Murray Bishoff: 4-day school and the abyss
Government leaders who make bold decisions often receive praise in this space for bravely advancing new and different ideas. At the same time, extraordinary actions that don't measure up also deserve scrutiny.
That brings us to the Pierce City School Board's decision to go to a four-day school week.
Indications suggest school leaders labored over the decision. Patron surveys offer support. Some are even enthusiastic, like school boys loving their day to play hooky. Other issues point to alternative conclusions.
A school in a small town means a lot of things. Parents, especially those of young children, count on the resources of the school to not only motivate their children, but also to house them during the day. In a town with no daycare and no community center, cutting students free for an entire day creates new challenges that many families will not be ready to handle.
Like Monett, Pierce City has a high percentage of economically stressed students who qualify for free and reduced price meals, more than 62 precent of Pierce City's students. Parents come to count on the district to feed those children. There may only be 40 children receiving help through the backpack program, providing extra food for the weekends, but doubling the length of time between school meals makes a joke of the program.
Cutting school days is a more radical way to save money than cutting the number of teachers or asking for salary reductions by administrators. School board members, after all, don't want to decrease their competitive edge for top flight professionals and even see the reduction as an incentive to keep staff. One can't help questioning such draconian methods from school leaders who could not adequately persuade patrons to accept a tax levy increase last year and instead turn to this novel approach, rather than better defining their financial strategy.
On top of that, the school board chooses this time to make its move, in a year when no election will be held. Only two candidates filed to run, making no election necessary, insulating the board from any retaliation by patrons. State standardized tests are also in transition, so there will be no way to really know whether or not claims hold true that four-day school weeks will not negatively affect scores.
As the school year has progressed, the less clear it has seemed to patrons whether or not Monett High School's radical experiment into modular scheduling is truly working. As the architect of the plan, principal David Steward has not flagged in his enthusiasm for this undertaking. Steward has asked for patience and time. We should know a lot by year's end.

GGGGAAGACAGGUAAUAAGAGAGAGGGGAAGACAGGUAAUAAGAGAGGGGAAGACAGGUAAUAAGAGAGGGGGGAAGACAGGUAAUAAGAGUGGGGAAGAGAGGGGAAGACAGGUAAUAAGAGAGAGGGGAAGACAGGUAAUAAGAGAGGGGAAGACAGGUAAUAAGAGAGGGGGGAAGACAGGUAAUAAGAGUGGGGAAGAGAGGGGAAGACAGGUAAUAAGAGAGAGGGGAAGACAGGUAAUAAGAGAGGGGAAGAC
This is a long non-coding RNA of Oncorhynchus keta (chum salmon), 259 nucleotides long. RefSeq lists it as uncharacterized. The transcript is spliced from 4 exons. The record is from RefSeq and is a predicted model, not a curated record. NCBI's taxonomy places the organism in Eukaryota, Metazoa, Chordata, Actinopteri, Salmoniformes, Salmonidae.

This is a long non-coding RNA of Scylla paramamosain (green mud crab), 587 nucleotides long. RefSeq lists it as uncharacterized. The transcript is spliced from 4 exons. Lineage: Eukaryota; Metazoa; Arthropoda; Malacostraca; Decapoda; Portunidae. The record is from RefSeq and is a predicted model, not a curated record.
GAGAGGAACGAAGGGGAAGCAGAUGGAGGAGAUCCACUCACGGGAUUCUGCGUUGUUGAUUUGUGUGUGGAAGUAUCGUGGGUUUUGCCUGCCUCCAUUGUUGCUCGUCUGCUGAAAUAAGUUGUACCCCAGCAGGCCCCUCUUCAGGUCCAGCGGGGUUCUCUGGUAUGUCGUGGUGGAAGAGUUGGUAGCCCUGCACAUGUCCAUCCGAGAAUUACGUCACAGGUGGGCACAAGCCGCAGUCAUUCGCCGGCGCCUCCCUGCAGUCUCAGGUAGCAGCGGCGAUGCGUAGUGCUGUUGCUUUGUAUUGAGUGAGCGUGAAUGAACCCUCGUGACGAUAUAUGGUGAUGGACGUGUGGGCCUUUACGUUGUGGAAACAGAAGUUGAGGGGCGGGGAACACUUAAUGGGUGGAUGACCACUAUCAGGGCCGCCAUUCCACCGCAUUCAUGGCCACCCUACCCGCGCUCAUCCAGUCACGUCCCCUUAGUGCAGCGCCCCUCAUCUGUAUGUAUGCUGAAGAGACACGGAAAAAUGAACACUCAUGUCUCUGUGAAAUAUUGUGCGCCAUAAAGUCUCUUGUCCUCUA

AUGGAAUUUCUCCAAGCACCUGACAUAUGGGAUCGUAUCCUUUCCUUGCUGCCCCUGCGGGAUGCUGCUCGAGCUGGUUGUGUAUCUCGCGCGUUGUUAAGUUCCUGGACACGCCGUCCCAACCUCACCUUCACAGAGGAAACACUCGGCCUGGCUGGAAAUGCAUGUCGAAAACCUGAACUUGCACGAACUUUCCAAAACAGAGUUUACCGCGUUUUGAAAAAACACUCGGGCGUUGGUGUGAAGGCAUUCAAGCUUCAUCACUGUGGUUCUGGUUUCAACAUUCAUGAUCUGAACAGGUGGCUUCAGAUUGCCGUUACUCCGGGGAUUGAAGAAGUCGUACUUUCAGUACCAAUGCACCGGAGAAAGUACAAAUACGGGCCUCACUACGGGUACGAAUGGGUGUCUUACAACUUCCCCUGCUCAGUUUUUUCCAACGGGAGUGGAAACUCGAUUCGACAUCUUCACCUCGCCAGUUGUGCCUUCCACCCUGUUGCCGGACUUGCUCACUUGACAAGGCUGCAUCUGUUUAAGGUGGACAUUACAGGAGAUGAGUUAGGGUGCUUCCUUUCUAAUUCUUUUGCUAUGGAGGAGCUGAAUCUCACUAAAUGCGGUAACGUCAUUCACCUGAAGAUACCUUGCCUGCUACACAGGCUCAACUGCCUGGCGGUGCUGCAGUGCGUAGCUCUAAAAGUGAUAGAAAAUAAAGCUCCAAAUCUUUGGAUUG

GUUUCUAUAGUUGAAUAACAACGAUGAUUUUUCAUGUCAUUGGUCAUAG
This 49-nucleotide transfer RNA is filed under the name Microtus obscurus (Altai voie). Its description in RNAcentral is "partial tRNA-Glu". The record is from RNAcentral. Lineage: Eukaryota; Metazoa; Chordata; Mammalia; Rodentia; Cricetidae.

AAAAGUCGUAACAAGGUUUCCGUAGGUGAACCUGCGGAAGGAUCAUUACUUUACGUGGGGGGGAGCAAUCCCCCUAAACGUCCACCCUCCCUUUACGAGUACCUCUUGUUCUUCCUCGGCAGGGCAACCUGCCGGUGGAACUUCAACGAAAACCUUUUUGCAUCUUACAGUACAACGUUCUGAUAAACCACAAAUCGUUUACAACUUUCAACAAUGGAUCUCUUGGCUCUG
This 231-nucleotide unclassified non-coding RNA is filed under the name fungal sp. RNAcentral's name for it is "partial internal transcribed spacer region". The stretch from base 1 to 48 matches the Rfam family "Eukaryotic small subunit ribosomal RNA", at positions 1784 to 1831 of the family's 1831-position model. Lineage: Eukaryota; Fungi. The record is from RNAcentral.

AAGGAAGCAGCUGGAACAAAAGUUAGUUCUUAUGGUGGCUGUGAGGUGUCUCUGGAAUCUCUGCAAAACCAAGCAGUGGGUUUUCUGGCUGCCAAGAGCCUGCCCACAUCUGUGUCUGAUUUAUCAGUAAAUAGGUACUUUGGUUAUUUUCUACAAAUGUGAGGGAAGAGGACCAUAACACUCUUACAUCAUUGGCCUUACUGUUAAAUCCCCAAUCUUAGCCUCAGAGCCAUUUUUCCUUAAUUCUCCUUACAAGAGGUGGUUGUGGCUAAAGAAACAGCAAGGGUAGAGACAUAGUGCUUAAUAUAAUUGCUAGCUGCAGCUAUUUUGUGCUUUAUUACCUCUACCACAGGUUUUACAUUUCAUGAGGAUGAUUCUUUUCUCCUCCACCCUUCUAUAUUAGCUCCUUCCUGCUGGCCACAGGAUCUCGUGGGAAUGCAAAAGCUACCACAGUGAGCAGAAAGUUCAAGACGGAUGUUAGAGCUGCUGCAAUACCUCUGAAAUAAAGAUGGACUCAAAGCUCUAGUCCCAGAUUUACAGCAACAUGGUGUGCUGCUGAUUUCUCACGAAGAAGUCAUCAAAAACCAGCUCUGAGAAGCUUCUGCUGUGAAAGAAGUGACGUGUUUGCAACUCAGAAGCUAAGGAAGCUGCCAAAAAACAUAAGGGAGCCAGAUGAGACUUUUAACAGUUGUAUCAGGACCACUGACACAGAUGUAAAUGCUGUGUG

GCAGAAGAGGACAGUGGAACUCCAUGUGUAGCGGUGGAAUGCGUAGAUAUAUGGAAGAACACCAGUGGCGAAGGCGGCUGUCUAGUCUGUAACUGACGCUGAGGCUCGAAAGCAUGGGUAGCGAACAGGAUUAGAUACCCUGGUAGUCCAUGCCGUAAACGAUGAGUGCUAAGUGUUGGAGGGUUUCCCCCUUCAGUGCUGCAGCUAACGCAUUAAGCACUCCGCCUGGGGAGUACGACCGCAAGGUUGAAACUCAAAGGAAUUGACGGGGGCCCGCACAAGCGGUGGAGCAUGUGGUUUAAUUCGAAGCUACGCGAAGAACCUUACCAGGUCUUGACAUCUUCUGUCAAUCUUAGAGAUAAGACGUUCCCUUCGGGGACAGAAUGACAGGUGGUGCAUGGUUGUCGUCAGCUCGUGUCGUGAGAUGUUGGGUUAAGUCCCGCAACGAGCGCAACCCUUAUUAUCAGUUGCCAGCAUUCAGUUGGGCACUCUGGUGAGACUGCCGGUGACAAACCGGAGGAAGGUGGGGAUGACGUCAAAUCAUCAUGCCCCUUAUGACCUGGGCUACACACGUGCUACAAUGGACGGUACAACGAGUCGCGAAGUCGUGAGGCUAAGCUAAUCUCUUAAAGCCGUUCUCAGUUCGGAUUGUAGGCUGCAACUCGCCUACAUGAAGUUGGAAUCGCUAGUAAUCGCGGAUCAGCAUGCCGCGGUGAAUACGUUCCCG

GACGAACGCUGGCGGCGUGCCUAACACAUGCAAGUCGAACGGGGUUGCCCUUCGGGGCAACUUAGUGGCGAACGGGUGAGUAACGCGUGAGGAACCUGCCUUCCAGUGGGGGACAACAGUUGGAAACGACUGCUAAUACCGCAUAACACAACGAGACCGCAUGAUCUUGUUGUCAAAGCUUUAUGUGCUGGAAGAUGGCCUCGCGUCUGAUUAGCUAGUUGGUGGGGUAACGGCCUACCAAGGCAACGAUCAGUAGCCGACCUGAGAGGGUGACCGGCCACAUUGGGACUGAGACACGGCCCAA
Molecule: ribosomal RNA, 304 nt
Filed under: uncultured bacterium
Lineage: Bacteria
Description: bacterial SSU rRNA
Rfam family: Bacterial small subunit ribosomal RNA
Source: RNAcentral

Pierce City's experiment will entail similar dynamics, including the idea that students who have put in their time should have their Mondays free of all school commitments. Monett students have found their time has been anything but free. Pierce City teachers will more than likely load up homework and self-study projects to take away much of this supposed new time away from studies. Pierce City students are likely to have a rude awakening, much like Monett students did.
Pierce City's school board and administration have not chosen to wait and learn from Monett's mistakes, seeing themselves in a different position. It will be hard to learn from Monett while faculty refocuses on repacking all its teaching into the four-day sequence. Relying for guidance on other districts that have shifted to four days may be enough. Yet in a time when education leaders talk of year-round school and a lack of competitive skills, compared to non-Americans, cutting school days looks like a step in the wrong direction.
We've heard teachers openly question the ability of young children to stay focused longer in the day. Working parents also face new daycare expenses, essentially a pay cut for them.
On the surface, it appears the Monett community may benefit the most from Pierce City's moves. Families will turn to the Monett Area YMCA as an alternative to Mondays, as well as Monett's daycare providers.
Taking the high school by itself to four days may have offered a way to get over some of the bumps. End-of-course exams appear to bear less risk, or carry less glory if students do well or just eke by.
There's something to be said for taking the plunge in its entirety, all grades at once. But historically, the biggest danger faced by school boards is to blindly follow school superintendents, and expecting to be led by the nose to decisions. Even though other schools districts have considered the same strategy, that does not remove the danger that this school board has answered the call, like lemmings, over the abyss.
School leaders will have a chance to prove the wisdom of their decision, just as modular scheduling has its chance. But in the face of not being able to pass a tax levy increase, not having the courage to try it again, and relying on surveys taken by no scientifically random method, avoiding any vote of confidence by patrons as a whole, it's very unclear whether these officials, elected or otherwise, could admit they're wrong.
We'll be watching.
Murray Bishoff has served readers of The Monett Times since 1988. He can be reached at firstname.lastname@example.org, or 417-235-3135